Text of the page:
Study finds high sodium intake common in both adults and children.
The 2015-2020 Dietary Guidelines for Americans recommend consuming less than 2,300 mg of sodium per day for people over 14 years old, and less for ages 2-13. To analyze the current prevalence of excess sodium intake among Americans overall, and among hypertensive patients, the CDC utilized the 2009-2012 National Health and Nutrition Examination Survey (NHANES). NHANES is a national, multistage survey of United States residents. The survey consists of an in-person exam with a 24-hour dietary journal, and a second 24-hour dietary journal over the phone 3-10 days later.
This cross-sectional study aimed to assess the prevalence of excess sodium intake among Americans. The study included participants over 2 years old who completed two 24-hour dietary journals, but excluded pregnant women and respondents with unreliable dietary journals, resulting in 14,728 individuals eligible for analysis. Hypertension was defined as mean systolic blood pressure ≥ 140 mmHg and mean diastolic blood pressure ≥ 90 mmHg, or self-reported use of blood pressure medications. Prehypertension is defined as a mean systolic blood pressure of 120-139 mmHg and mean diastolic blood pressure of 80-89 mmHg. Blood pressure values were determined using an average of up to three brachial blood pressure values. Race/ethnicity was defined as either non-Hispanic white, non-Hispanic black, or Hispanic.
Estimated mean daily sodium intake and caloric intake was calculated, as well as sodium density (mg of sodium per 1,000 kilocalories consumed). Software was used to account for day-to-day variation in sodium intake to estimate usual sodium intake from two 24-hour dietary journals. The proportion of people with excess sodium intake was estimated using sex, age, race and hypertension status.
This study found that among adults ≥ 19 years old, about 89% consumed excess sodium. It was also found that a larger proportion of men (98%) than women (80%) consumed more than 2,300 mg of sodium per day (p<0.001). In addition, a larger proportion of white adults (90%) vs black adults (85%) consumed excess sodium (p=0.02). Among children 2-18 years old 92-94% consumed excess sodium over what was recommended for their age. 86% of adults with hypertension consumed an excess of 2,300 mg of sodium. This is significantly less than adults with prehypertension of whom 90% consumed excess sodium (p<0.001). In addition, the 86% of hypertension patients who consumed excess sodium is less than the 90% of adults without hypertension who consumed excess sodium (p=0.01). Interestingly, adults with hypertension had the lowest mean sodium intake when compared with prehypertension patients and patients without hypertension.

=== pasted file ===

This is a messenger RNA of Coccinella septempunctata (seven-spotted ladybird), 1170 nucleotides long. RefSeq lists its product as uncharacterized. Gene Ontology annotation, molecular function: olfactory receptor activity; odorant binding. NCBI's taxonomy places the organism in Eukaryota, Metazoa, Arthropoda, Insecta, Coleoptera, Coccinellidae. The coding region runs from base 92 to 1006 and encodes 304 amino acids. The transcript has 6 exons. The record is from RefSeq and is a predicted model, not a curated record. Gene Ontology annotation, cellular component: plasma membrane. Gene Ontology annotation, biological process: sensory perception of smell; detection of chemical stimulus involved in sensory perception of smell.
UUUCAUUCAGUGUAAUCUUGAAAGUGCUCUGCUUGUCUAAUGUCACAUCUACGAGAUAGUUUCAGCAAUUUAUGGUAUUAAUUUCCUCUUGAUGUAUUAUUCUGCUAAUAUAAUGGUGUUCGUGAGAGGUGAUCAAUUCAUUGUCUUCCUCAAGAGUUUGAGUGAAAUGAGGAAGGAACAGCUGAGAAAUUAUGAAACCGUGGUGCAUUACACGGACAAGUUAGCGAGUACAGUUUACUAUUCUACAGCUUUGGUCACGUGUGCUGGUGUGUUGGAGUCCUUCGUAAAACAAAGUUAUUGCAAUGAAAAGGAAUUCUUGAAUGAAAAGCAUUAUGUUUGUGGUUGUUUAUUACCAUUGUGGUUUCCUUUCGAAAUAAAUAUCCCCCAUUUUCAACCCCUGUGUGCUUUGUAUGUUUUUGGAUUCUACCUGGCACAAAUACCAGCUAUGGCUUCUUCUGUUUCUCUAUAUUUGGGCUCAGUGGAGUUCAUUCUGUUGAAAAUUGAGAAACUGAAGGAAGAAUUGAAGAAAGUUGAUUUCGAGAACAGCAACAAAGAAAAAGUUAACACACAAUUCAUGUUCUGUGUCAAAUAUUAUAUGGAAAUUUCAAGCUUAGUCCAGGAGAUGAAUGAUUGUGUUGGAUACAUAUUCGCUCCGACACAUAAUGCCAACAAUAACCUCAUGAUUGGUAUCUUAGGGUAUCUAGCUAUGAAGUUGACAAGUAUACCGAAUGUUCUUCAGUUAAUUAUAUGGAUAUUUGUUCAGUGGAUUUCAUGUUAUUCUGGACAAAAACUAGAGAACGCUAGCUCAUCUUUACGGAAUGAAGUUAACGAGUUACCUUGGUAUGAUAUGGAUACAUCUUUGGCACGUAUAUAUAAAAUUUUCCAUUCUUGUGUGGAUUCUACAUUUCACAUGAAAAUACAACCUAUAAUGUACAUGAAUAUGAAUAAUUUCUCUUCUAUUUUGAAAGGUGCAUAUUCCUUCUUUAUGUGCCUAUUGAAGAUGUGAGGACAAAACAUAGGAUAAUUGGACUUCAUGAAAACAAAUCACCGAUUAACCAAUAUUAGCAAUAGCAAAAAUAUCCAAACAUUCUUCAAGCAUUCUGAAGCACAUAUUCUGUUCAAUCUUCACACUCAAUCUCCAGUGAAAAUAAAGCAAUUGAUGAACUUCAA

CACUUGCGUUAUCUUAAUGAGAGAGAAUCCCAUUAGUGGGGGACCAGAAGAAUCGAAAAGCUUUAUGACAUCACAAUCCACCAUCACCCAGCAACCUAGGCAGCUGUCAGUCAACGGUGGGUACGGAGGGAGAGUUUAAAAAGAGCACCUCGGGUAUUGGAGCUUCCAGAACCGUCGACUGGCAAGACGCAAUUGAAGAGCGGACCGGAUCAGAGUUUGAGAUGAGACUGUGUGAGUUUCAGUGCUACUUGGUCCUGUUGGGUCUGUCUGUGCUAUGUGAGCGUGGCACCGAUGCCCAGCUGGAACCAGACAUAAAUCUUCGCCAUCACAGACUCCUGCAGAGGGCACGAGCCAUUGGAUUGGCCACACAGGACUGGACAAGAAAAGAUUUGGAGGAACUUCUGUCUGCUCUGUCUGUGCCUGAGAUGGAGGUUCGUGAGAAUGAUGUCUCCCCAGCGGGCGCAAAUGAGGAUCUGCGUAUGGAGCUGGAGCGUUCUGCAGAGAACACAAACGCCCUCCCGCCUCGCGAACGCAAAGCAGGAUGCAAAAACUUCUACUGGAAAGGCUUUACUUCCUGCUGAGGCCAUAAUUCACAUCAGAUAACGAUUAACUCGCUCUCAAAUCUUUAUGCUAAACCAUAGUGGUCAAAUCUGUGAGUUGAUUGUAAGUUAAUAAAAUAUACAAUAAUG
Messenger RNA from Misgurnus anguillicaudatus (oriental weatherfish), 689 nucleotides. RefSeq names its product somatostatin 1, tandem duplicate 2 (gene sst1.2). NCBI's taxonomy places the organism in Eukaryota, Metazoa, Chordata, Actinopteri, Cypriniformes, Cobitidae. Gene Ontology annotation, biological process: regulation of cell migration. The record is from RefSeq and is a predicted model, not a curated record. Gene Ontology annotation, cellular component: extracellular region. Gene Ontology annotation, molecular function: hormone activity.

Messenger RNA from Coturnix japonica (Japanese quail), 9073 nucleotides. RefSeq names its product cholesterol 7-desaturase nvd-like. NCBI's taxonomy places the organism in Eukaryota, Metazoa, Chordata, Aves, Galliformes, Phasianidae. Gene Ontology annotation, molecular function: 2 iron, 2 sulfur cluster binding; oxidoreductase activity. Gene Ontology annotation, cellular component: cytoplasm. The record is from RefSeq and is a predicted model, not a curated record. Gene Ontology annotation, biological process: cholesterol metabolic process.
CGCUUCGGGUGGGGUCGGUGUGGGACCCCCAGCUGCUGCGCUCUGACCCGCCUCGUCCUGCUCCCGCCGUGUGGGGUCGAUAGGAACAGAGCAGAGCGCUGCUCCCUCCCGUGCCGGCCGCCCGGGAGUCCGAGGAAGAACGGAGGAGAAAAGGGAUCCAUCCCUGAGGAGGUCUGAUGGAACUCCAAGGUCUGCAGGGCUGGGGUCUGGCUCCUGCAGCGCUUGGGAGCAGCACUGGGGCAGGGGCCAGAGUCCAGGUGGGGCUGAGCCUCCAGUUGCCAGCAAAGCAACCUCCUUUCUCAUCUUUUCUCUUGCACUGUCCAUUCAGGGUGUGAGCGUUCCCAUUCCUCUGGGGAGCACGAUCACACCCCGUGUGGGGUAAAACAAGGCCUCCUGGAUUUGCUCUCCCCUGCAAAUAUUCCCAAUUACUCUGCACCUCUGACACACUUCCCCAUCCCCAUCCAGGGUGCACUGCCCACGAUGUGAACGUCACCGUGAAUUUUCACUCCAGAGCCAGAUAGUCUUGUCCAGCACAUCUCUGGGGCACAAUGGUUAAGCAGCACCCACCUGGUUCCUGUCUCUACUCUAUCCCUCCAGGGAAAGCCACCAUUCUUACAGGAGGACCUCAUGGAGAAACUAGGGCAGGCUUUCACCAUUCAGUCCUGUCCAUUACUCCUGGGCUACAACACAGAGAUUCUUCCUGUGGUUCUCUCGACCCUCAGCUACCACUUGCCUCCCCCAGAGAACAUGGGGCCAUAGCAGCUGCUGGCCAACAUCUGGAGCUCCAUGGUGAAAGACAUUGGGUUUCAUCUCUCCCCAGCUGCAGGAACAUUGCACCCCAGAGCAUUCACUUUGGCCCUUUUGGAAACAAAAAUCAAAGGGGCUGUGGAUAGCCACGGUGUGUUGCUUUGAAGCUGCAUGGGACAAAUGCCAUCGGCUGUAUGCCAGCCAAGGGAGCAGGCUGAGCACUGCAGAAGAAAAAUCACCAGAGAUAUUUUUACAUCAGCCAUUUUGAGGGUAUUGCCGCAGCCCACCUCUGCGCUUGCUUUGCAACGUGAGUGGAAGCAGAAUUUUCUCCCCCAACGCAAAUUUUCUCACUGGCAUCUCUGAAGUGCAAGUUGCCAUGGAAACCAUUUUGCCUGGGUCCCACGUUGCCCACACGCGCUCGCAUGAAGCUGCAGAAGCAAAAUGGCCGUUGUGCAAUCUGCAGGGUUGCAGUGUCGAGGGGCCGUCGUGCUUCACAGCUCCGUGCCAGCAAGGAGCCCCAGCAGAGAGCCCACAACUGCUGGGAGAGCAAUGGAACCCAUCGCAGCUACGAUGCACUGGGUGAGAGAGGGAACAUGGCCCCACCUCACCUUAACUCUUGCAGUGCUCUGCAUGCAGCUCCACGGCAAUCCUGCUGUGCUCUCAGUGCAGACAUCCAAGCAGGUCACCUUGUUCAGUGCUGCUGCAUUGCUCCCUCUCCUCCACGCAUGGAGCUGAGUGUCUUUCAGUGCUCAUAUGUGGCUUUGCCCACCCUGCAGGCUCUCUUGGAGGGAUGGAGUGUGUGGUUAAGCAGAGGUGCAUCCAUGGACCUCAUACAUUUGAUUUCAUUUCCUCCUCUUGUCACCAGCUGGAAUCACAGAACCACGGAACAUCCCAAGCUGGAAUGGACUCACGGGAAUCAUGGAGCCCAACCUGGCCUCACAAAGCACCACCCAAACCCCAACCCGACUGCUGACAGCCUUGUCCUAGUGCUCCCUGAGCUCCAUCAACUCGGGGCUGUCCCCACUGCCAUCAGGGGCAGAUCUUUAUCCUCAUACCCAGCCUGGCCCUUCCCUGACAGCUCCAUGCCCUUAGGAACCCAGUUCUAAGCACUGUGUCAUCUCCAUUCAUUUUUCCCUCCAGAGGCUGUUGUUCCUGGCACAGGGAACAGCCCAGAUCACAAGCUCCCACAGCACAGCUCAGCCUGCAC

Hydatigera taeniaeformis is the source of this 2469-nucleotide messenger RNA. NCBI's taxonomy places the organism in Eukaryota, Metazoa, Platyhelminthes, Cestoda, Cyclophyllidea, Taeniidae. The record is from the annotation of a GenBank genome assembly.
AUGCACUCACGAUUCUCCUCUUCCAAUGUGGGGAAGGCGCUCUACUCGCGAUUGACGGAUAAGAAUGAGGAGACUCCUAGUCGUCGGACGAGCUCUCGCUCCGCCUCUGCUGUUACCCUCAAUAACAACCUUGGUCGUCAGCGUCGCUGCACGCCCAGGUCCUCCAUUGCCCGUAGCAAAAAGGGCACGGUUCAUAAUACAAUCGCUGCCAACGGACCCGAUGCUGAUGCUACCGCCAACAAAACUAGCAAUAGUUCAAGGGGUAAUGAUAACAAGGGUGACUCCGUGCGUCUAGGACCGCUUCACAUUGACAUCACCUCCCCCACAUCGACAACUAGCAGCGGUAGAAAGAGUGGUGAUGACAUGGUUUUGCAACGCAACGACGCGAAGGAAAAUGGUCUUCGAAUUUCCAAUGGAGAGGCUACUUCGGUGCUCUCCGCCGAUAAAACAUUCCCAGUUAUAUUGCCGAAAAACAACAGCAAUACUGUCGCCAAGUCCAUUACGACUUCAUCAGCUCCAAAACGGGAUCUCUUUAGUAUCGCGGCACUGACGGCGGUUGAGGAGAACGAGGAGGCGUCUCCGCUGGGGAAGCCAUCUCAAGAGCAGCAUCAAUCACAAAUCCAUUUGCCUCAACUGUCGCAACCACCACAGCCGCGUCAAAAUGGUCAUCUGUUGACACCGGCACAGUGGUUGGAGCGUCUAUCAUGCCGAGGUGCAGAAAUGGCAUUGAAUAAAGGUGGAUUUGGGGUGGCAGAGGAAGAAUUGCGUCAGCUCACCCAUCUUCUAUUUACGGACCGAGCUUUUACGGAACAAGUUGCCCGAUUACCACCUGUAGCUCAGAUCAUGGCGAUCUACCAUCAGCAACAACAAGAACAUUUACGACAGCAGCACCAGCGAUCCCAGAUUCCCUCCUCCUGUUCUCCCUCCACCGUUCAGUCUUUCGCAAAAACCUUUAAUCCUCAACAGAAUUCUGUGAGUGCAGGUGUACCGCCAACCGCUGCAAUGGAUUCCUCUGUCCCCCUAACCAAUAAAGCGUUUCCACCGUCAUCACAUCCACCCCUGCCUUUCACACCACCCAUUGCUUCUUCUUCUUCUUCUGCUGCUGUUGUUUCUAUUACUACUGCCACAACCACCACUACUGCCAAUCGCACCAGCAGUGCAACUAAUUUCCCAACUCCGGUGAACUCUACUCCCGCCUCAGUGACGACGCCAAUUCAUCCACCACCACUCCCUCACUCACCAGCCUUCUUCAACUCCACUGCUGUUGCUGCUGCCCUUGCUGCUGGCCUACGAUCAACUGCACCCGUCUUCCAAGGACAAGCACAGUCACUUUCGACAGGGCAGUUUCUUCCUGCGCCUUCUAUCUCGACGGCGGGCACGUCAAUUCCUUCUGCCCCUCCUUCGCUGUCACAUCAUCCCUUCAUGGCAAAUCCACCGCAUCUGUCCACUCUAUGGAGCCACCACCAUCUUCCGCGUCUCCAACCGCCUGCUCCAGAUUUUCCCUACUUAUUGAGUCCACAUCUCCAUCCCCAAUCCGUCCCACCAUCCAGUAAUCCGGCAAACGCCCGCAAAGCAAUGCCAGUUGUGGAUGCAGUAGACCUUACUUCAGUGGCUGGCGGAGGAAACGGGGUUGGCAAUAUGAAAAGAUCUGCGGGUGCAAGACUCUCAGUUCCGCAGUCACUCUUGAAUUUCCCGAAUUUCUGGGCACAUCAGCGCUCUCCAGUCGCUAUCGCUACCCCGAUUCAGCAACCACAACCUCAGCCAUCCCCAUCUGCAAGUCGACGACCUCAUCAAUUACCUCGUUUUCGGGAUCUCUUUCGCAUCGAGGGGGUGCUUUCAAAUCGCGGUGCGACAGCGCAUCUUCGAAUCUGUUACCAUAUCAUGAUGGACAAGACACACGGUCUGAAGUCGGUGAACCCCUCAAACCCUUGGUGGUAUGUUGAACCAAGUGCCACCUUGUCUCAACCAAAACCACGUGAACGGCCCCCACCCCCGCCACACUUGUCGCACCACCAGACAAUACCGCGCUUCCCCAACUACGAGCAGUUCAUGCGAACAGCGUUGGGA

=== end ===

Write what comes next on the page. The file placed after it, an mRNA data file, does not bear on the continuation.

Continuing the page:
As expected, most adults and children in the United States exceed the 2015-2020 Dietary Guidelines for Americans recommendation for dietary sodium consumption. This is even true for patients who are at a higher risk for cardiovascular disease, thereby increasing their risk of stroke and coronary heart disease mortality. To address the high prevalence of excess sodium intake among the U.S. population, the Institute of Medicine (IOM) recommends reducing the sodium in our food supply. During the commercial processing of our food, excess sodium is added to the food for preservation and taste purposes. With this being said, commercial processed foods provide the main source of sodium intake in the American diet. There are a number of initiatives that aim to reduce the sodium content in foods to meet targets for specific food groups. For example, CDC’s Sodium Reduction in Communities Program and National Sodium Reduction Initiative have pledged to reduce sodium content in foods. Other programs, such as the U.S. Department of Agriculture Nutrition Standards for school meals and competitive foods and the Department of Health and Human Services Health and Sustainability Guidelines for Federal Concessions and Vending Operations, operate to offer smarter choices to children and adults within the community. The fundamental public health strategy for reducing sodium consumption must start with food manufacturers and restaurants, as they are the main contributors to excess sodium in foods.
- This study found that among adults ≥ 19 years old, about 89% consumed excess sodium.
- To address the high prevalence of excess sodium intake among the U.S. population, the Institute of Medicine (IOM) recommends reducing the sodium in our food supply.
- Programs such as the CDC’s Sodium Reduction in Communities Program, National Sodium Reduction Initiative, U.S. Department of Agriculture Nutrition Standards for school meals and competitive foods, and the Department of Health and Human Services Health and Sustainability Guidelines for Federal Concessions and Vending Operations are working to decrease the amount of sodium added to our foods.
Researched and prepared by Jennifer Zahn, Doctor of Pharmacy Candidate University Of South Florida College of Pharmacy, reviewed by Dave Joffe, BSPharm, CDE
Jackson, Sandra L., et al. “Prevalence of Excess Sodium Intake in the United States—NHANES, 2009–2012.” MMWR. Morbidity and mortality weekly report 64.52 (2015): 1393-1397.